8. Giovanni

    A Scientific Assertion Without Evidence?

    Firstly, nobody thought that. Secondly, YECs have no issues with claims of "new species" Finally, speciation is not an issue. Here's the issue: P.S drawings are not mine.
  9. Giovanni

    A Scientific Assertion Without Evidence?

    Actually, I personally agree with gilbo. From what I see, invoking the classification system in this topic is nothing but an approach to manipulation, especially when the term "species" is used; it doesn't reveal anything about reality whatsoever. I'll wait for responses that address the questions raised by the OP more thoroughly. I appreciate your input and time, though.
  10. Giovanni

    A Scientific Assertion Without Evidence?

    Good point, but doesn't the fact that the genome size of bacteria is small/simple make a mutation, for example, more effective for later generations due to natural selection? I guess popular examples would be antibiotic resistance and the ability to specialize. But how is this relevant to the time required by macroevolution? I believe you are basing this conclusion on the time taken for such generations to rise, but bacteria for example has large population sizes and short replication times. I'm not trying to argue that macroevolution must happen for bacteria; actually, if one considers the genome size of bacteria, it would seem that mutations are rare: but I'm trying to elaborate why I don't think that reproduction is a good reason to claim that macroevolution must take long periods of time, especially when you believe that the accumulation of genetic variations would lead to macroevolution; there have been cases of rapid "evolution" (but not macroevolution). [1]
  11. Giovanni

    A Scientific Assertion Without Evidence?

    What makes you believe that they don't evolve because they are constrained by their genome size? I mean, won't mutations and random DNA copying errors at least push them to evolve? I understand environment pressure plays a role in this as well, but I expect them to continue evolving the same way they supposedly did millions of years ago; I don't see why not [1]. You may correct me. I believe you can provide a better answer to the question as to why it should take long time for macroevolution to take place.
  12. Giovanni

    A Scientific Assertion Without Evidence?

    How does reproduction contribute to the idea that macroevolution must take a long time to occur? For example, E. coli reproduces very quickly; they "double in number every 20 minutes in ideal conditions" [1] - how long do you think we should wait for a new life form to arise from the reproductions of E. coli in this case? I agree that new 'species' can evolve (noting the controversy of the term here), but that doesn't mean that all of the species should share a universal common ancestor. What if, for example, each species originally came from distinct ancestors and genetic information, which is what creation suggests? (and not a dog giving birth to something else)
  13. Giovanni

    A Scientific Assertion Without Evidence?

    I agree, and the fact that the definition of "macroevolution" states that it "happens on a scale that transcends the boundaries of a single species" [1] (as Enoch also pointed out) makes mrchopper's statement questionable. Even though it can still be argued whether speciation is part of macroevolution or not if one were to believe in universal common ancestry, using the term "speciation" here is not accurate nor sustainable to properly answer the questions raised by the OP, anyways. I believe mrchopper can come with something better.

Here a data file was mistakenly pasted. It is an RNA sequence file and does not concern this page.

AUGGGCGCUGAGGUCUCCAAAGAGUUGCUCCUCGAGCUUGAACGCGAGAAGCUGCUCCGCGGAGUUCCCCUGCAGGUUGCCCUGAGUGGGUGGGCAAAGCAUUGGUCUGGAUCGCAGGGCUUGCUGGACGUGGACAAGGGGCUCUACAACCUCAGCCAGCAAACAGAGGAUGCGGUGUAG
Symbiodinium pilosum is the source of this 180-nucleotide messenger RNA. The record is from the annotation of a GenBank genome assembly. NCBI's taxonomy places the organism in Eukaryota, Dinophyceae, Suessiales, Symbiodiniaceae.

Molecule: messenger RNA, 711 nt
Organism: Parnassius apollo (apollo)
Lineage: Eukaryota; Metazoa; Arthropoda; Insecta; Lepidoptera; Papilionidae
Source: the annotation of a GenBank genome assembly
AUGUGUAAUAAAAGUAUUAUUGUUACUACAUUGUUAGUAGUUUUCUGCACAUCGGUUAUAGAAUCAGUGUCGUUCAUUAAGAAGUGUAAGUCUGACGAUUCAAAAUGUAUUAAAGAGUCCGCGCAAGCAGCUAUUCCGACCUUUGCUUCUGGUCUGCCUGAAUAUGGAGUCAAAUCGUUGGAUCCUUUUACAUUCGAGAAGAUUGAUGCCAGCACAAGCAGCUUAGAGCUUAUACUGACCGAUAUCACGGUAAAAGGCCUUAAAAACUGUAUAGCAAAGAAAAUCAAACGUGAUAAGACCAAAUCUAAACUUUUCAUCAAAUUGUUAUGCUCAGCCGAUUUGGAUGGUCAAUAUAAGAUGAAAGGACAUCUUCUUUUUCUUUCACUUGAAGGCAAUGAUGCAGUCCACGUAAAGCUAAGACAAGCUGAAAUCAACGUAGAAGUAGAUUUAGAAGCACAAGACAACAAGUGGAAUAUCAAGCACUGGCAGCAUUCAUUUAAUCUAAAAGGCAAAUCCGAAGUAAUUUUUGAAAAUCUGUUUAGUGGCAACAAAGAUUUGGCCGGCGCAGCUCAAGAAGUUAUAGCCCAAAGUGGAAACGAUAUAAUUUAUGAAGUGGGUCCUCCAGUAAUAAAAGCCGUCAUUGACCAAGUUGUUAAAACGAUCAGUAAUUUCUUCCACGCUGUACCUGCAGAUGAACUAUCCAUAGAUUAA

14. Giovanni

    A Scientific Assertion Without Evidence?

    Thank you Cal, I appreciate it. That's why I preferred if the term 'speciation'/'species' is avoided when discussing origins.
  15. Giovanni

    A Scientific Assertion Without Evidence?

    I believe there might be a misunderstanding. The question was targeting why you believe it would take long time for microevolutionary changes, the forces which we see today, to accumulate to macroevolution; but it wasn't asking whether you assume that microevolution would accumulate to macroevolution. It's clear from the OP that this assumption was what triggered the post, and the OP asks for an explanation for this assumption, while the question you are responding to asks why you believe that it must take long time frames. I wouldn't take this as an answer, but you may correct me if I misinterpreted your post. I notice that you are pointing out to the forces we see today, but the forces we see today don't show any signs of macroevolution. What makes you believe that the forces we see today are the same forces which made macroevolution take place, if it ever did? I have read this before, but I prefer if we avoid using the terms "species" and "speciation" here, since that they are too broad and controversial when dealing with origins, assuming that you believe in universal common ancestry. The bottom part of your comment seems to suggest the same thing as the first part of your comment, so I'm going to stop here. The question here is, what makes you believe that it's "hundreds of millions of years worth of evolution", or to put it in another way, on what scientific evidence did you build such conclusion? I agree, and this would be something against nature to poof from nothing indeed, but the fact that the definition of the term 'God' implies that God is supernatural makes this argument invalid. Besides, I don't think that the statement "God creating species from nothing" is an appropriate one to describe creationists' belief [, if that's what you were trying to do?], but I think a more appropriate statement to use is that God created the main genetic information required for "speciation" to take place. Anyways, as the OP doesn't mention God, this is off-topic. Thanks for your input.